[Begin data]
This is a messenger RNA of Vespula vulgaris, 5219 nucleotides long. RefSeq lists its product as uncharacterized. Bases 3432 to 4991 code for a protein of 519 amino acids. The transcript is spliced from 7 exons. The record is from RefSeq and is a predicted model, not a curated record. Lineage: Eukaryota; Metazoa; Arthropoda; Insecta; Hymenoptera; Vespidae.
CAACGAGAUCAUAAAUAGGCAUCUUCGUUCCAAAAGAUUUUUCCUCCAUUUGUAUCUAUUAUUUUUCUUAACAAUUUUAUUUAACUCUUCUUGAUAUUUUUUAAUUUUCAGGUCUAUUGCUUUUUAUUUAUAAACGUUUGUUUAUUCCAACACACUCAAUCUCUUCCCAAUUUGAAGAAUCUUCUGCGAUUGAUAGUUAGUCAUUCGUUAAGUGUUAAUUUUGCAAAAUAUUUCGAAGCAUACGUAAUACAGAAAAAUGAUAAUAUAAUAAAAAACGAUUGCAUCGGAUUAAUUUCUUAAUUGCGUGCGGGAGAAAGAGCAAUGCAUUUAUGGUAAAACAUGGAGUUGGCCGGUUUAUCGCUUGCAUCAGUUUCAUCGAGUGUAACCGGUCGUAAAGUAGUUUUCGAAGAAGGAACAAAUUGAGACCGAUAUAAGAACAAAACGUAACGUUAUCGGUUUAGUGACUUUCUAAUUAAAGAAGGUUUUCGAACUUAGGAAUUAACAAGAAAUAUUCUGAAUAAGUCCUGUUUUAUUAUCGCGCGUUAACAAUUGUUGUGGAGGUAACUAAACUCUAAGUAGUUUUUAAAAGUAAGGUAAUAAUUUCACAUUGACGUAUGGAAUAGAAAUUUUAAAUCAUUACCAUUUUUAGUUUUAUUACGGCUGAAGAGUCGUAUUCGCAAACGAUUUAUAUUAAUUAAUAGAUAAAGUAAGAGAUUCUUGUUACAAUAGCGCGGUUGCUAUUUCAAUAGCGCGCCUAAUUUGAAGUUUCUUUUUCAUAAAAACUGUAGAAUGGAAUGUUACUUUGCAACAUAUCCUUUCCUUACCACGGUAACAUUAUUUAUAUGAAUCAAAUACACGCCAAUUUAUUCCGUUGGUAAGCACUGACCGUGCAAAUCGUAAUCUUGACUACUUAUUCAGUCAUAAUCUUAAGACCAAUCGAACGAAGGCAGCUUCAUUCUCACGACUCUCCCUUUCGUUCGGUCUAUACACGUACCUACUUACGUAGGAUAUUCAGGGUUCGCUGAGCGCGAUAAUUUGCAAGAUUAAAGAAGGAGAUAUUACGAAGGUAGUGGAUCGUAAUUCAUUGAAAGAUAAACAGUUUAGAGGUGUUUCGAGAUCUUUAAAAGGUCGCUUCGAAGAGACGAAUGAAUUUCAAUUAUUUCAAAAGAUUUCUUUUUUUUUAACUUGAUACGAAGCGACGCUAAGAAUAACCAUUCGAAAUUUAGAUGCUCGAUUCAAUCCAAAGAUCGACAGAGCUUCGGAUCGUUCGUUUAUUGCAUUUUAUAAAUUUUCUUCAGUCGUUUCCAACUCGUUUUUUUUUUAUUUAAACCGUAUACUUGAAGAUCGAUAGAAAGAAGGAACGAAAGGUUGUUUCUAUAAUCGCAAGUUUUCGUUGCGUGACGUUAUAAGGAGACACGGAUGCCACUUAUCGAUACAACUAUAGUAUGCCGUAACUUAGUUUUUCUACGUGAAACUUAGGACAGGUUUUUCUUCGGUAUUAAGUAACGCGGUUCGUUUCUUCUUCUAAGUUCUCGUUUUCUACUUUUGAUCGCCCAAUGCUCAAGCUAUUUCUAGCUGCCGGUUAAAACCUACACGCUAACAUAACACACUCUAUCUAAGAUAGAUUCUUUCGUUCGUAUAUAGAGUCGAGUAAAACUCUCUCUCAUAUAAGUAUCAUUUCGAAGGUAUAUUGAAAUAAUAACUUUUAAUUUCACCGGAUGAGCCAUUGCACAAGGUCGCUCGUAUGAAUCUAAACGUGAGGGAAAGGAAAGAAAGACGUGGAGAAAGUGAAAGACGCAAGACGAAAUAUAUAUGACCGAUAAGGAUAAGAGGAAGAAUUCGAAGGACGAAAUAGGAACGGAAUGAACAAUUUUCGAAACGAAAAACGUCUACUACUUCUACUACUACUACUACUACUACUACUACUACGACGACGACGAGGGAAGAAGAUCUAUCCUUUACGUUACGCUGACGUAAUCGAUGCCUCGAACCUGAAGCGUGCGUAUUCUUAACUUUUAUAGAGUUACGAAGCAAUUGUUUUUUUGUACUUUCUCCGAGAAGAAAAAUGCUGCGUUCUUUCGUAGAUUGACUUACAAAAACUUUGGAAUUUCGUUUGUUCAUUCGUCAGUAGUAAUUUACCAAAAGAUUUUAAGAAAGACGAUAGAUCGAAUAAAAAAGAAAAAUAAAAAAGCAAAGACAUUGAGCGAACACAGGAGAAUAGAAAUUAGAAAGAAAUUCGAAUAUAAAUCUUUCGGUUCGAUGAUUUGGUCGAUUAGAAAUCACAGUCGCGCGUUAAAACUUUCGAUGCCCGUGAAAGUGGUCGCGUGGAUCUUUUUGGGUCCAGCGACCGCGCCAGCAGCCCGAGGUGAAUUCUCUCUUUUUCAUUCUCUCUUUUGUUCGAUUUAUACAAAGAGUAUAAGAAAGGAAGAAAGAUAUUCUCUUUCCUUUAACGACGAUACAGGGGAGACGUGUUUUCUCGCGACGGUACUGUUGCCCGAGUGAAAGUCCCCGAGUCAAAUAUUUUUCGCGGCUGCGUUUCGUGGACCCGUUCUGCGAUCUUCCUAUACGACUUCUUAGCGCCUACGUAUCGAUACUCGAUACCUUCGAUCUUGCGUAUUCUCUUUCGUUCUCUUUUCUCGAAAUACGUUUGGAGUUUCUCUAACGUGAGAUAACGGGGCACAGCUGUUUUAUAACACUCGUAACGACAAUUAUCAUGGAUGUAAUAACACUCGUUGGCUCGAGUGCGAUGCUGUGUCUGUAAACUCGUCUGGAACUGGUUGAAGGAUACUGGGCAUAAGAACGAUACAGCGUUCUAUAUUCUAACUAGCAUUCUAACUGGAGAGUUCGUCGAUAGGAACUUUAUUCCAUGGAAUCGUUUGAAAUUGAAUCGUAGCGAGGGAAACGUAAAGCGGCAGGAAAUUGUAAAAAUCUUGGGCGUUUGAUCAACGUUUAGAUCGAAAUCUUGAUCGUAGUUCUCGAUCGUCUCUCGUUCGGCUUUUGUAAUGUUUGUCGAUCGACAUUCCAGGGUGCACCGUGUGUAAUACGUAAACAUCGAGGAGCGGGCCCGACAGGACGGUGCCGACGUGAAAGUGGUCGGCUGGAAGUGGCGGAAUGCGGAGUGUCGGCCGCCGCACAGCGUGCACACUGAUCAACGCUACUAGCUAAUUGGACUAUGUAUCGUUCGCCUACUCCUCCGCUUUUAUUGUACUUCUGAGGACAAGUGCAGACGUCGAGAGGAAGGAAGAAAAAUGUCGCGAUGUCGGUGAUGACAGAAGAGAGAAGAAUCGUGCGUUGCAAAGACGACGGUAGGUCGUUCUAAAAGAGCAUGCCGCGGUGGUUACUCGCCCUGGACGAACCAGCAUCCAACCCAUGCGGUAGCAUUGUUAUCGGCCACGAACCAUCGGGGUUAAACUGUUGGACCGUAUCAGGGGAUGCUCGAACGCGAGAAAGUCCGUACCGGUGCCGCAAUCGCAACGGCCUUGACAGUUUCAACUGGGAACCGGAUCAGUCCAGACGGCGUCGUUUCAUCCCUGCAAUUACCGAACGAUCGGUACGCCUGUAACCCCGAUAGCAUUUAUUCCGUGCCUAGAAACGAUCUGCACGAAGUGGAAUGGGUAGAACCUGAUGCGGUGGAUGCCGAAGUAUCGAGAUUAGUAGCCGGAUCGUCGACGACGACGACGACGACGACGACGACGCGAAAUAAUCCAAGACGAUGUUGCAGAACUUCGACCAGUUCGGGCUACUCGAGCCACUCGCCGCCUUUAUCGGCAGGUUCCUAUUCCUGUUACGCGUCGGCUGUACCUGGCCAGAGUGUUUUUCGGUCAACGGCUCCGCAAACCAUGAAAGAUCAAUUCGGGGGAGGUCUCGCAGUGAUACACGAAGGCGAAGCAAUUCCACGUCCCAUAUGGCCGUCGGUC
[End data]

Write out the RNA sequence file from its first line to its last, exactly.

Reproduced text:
This is a messenger RNA of Vespula vulgaris, 5219 nucleotides long. RefSeq lists its product as uncharacterized. Bases 3432 to 4991 code for a protein of 519 amino acids. The transcript is spliced from 7 exons. The record is from RefSeq and is a predicted model, not a curated record. Lineage: Eukaryota; Metazoa; Arthropoda; Insecta; Hymenoptera; Vespidae.
CAACGAGAUCAUAAAUAGGCAUCUUCGUUCCAAAAGAUUUUUCCUCCAUUUGUAUCUAUUAUUUUUCUUAACAAUUUUAUUUAACUCUUCUUGAUAUUUUUUAAUUUUCAGGUCUAUUGCUUUUUAUUUAUAAACGUUUGUUUAUUCCAACACACUCAAUCUCUUCCCAAUUUGAAGAAUCUUCUGCGAUUGAUAGUUAGUCAUUCGUUAAGUGUUAAUUUUGCAAAAUAUUUCGAAGCAUACGUAAUACAGAAAAAUGAUAAUAUAAUAAAAAACGAUUGCAUCGGAUUAAUUUCUUAAUUGCGUGCGGGAGAAAGAGCAAUGCAUUUAUGGUAAAACAUGGAGUUGGCCGGUUUAUCGCUUGCAUCAGUUUCAUCGAGUGUAACCGGUCGUAAAGUAGUUUUCGAAGAAGGAACAAAUUGAGACCGAUAUAAGAACAAAACGUAACGUUAUCGGUUUAGUGACUUUCUAAUUAAAGAAGGUUUUCGAACUUAGGAAUUAACAAGAAAUAUUCUGAAUAAGUCCUGUUUUAUUAUCGCGCGUUAACAAUUGUUGUGGAGGUAACUAAACUCUAAGUAGUUUUUAAAAGUAAGGUAAUAAUUUCACAUUGACGUAUGGAAUAGAAAUUUUAAAUCAUUACCAUUUUUAGUUUUAUUACGGCUGAAGAGUCGUAUUCGCAAACGAUUUAUAUUAAUUAAUAGAUAAAGUAAGAGAUUCUUGUUACAAUAGCGCGGUUGCUAUUUCAAUAGCGCGCCUAAUUUGAAGUUUCUUUUUCAUAAAAACUGUAGAAUGGAAUGUUACUUUGCAACAUAUCCUUUCCUUACCACGGUAACAUUAUUUAUAUGAAUCAAAUACACGCCAAUUUAUUCCGUUGGUAAGCACUGACCGUGCAAAUCGUAAUCUUGACUACUUAUUCAGUCAUAAUCUUAAGACCAAUCGAACGAAGGCAGCUUCAUUCUCACGACUCUCCCUUUCGUUCGGUCUAUACACGUACCUACUUACGUAGGAUAUUCAGGGUUCGCUGAGCGCGAUAAUUUGCAAGAUUAAAGAAGGAGAUAUUACGAAGGUAGUGGAUCGUAAUUCAUUGAAAGAUAAACAGUUUAGAGGUGUUUCGAGAUCUUUAAAAGGUCGCUUCGAAGAGACGAAUGAAUUUCAAUUAUUUCAAAAGAUUUCUUUUUUUUUAACUUGAUACGAAGCGACGCUAAGAAUAACCAUUCGAAAUUUAGAUGCUCGAUUCAAUCCAAAGAUCGACAGAGCUUCGGAUCGUUCGUUUAUUGCAUUUUAUAAAUUUUCUUCAGUCGUUUCCAACUCGUUUUUUUUUUAUUUAAACCGUAUACUUGAAGAUCGAUAGAAAGAAGGAACGAAAGGUUGUUUCUAUAAUCGCAAGUUUUCGUUGCGUGACGUUAUAAGGAGACACGGAUGCCACUUAUCGAUACAACUAUAGUAUGCCGUAACUUAGUUUUUCUACGUGAAACUUAGGACAGGUUUUUCUUCGGUAUUAAGUAACGCGGUUCGUUUCUUCUUCUAAGUUCUCGUUUUCUACUUUUGAUCGCCCAAUGCUCAAGCUAUUUCUAGCUGCCGGUUAAAACCUACACGCUAACAUAACACACUCUAUCUAAGAUAGAUUCUUUCGUUCGUAUAUAGAGUCGAGUAAAACUCUCUCUCAUAUAAGUAUCAUUUCGAAGGUAUAUUGAAAUAAUAACUUUUAAUUUCACCGGAUGAGCCAUUGCACAAGGUCGCUCGUAUGAAUCUAAACGUGAGGGAAAGGAAAGAAAGACGUGGAGAAAGUGAAAGACGCAAGACGAAAUAUAUAUGACCGAUAAGGAUAAGAGGAAGAAUUCGAAGGACGAAAUAGGAACGGAAUGAACAAUUUUCGAAACGAAAAACGUCUACUACUUCUACUACUACUACUACUACUACUACUACUACGACGACGACGAGGGAAGAAGAUCUAUCCUUUACGUUACGCUGACGUAAUCGAUGCCUCGAACCUGAAGCGUGCGUAUUCUUAACUUUUAUAGAGUUACGAAGCAAUUGUUUUUUUGUACUUUCUCCGAGAAGAAAAAUGCUGCGUUCUUUCGUAGAUUGACUUACAAAAACUUUGGAAUUUCGUUUGUUCAUUCGUCAGUAGUAAUUUACCAAAAGAUUUUAAGAAAGACGAUAGAUCGAAUAAAAAAGAAAAAUAAAAAAGCAAAGACAUUGAGCGAACACAGGAGAAUAGAAAUUAGAAAGAAAUUCGAAUAUAAAUCUUUCGGUUCGAUGAUUUGGUCGAUUAGAAAUCACAGUCGCGCGUUAAAACUUUCGAUGCCCGUGAAAGUGGUCGCGUGGAUCUUUUUGGGUCCAGCGACCGCGCCAGCAGCCCGAGGUGAAUUCUCUCUUUUUCAUUCUCUCUUUUGUUCGAUUUAUACAAAGAGUAUAAGAAAGGAAGAAAGAUAUUCUCUUUCCUUUAACGACGAUACAGGGGAGACGUGUUUUCUCGCGACGGUACUGUUGCCCGAGUGAAAGUCCCCGAGUCAAAUAUUUUUCGCGGCUGCGUUUCGUGGACCCGUUCUGCGAUCUUCCUAUACGACUUCUUAGCGCCUACGUAUCGAUACUCGAUACCUUCGAUCUUGCGUAUUCUCUUUCGUUCUCUUUUCUCGAAAUACGUUUGGAGUUUCUCUAACGUGAGAUAACGGGGCACAGCUGUUUUAUAACACUCGUAACGACAAUUAUCAUGGAUGUAAUAACACUCGUUGGCUCGAGUGCGAUGCUGUGUCUGUAAACUCGUCUGGAACUGGUUGAAGGAUACUGGGCAUAAGAACGAUACAGCGUUCUAUAUUCUAACUAGCAUUCUAACUGGAGAGUUCGUCGAUAGGAACUUUAUUCCAUGGAAUCGUUUGAAAUUGAAUCGUAGCGAGGGAAACGUAAAGCGGCAGGAAAUUGUAAAAAUCUUGGGCGUUUGAUCAACGUUUAGAUCGAAAUCUUGAUCGUAGUUCUCGAUCGUCUCUCGUUCGGCUUUUGUAAUGUUUGUCGAUCGACAUUCCAGGGUGCACCGUGUGUAAUACGUAAACAUCGAGGAGCGGGCCCGACAGGACGGUGCCGACGUGAAAGUGGUCGGCUGGAAGUGGCGGAAUGCGGAGUGUCGGCCGCCGCACAGCGUGCACACUGAUCAACGCUACUAGCUAAUUGGACUAUGUAUCGUUCGCCUACUCCUCCGCUUUUAUUGUACUUCUGAGGACAAGUGCAGACGUCGAGAGGAAGGAAGAAAAAUGUCGCGAUGUCGGUGAUGACAGAAGAGAGAAGAAUCGUGCGUUGCAAAGACGACGGUAGGUCGUUCUAAAAGAGCAUGCCGCGGUGGUUACUCGCCCUGGACGAACCAGCAUCCAACCCAUGCGGUAGCAUUGUUAUCGGCCACGAACCAUCGGGGUUAAACUGUUGGACCGUAUCAGGGGAUGCUCGAACGCGAGAAAGUCCGUACCGGUGCCGCAAUCGCAACGGCCUUGACAGUUUCAACUGGGAACCGGAUCAGUCCAGACGGCGUCGUUUCAUCCCUGCAAUUACCGAACGAUCGGUACGCCUGUAACCCCGAUAGCAUUUAUUCCGUGCCUAGAAACGAUCUGCACGAAGUGGAAUGGGUAGAACCUGAUGCGGUGGAUGCCGAAGUAUCGAGAUUAGUAGCCGGAUCGUCGACGACGACGACGACGACGACGACGACGCGAAAUAAUCCAAGACGAUGUUGCAGAACUUCGACCAGUUCGGGCUACUCGAGCCACUCGCCGCCUUUAUCGGCAGGUUCCUAUUCCUGUUACGCGUCGGCUGUACCUGGCCAGAGUGUUUUUCGGUCAACGGCUCCGCAAACCAUGAAAGAUCAAUUCGGGGGAGGUCUCGCAGUGAUACACGAAGGCGAAGCAAUUCCACGUCCCAUAUGGCCGUCGGUC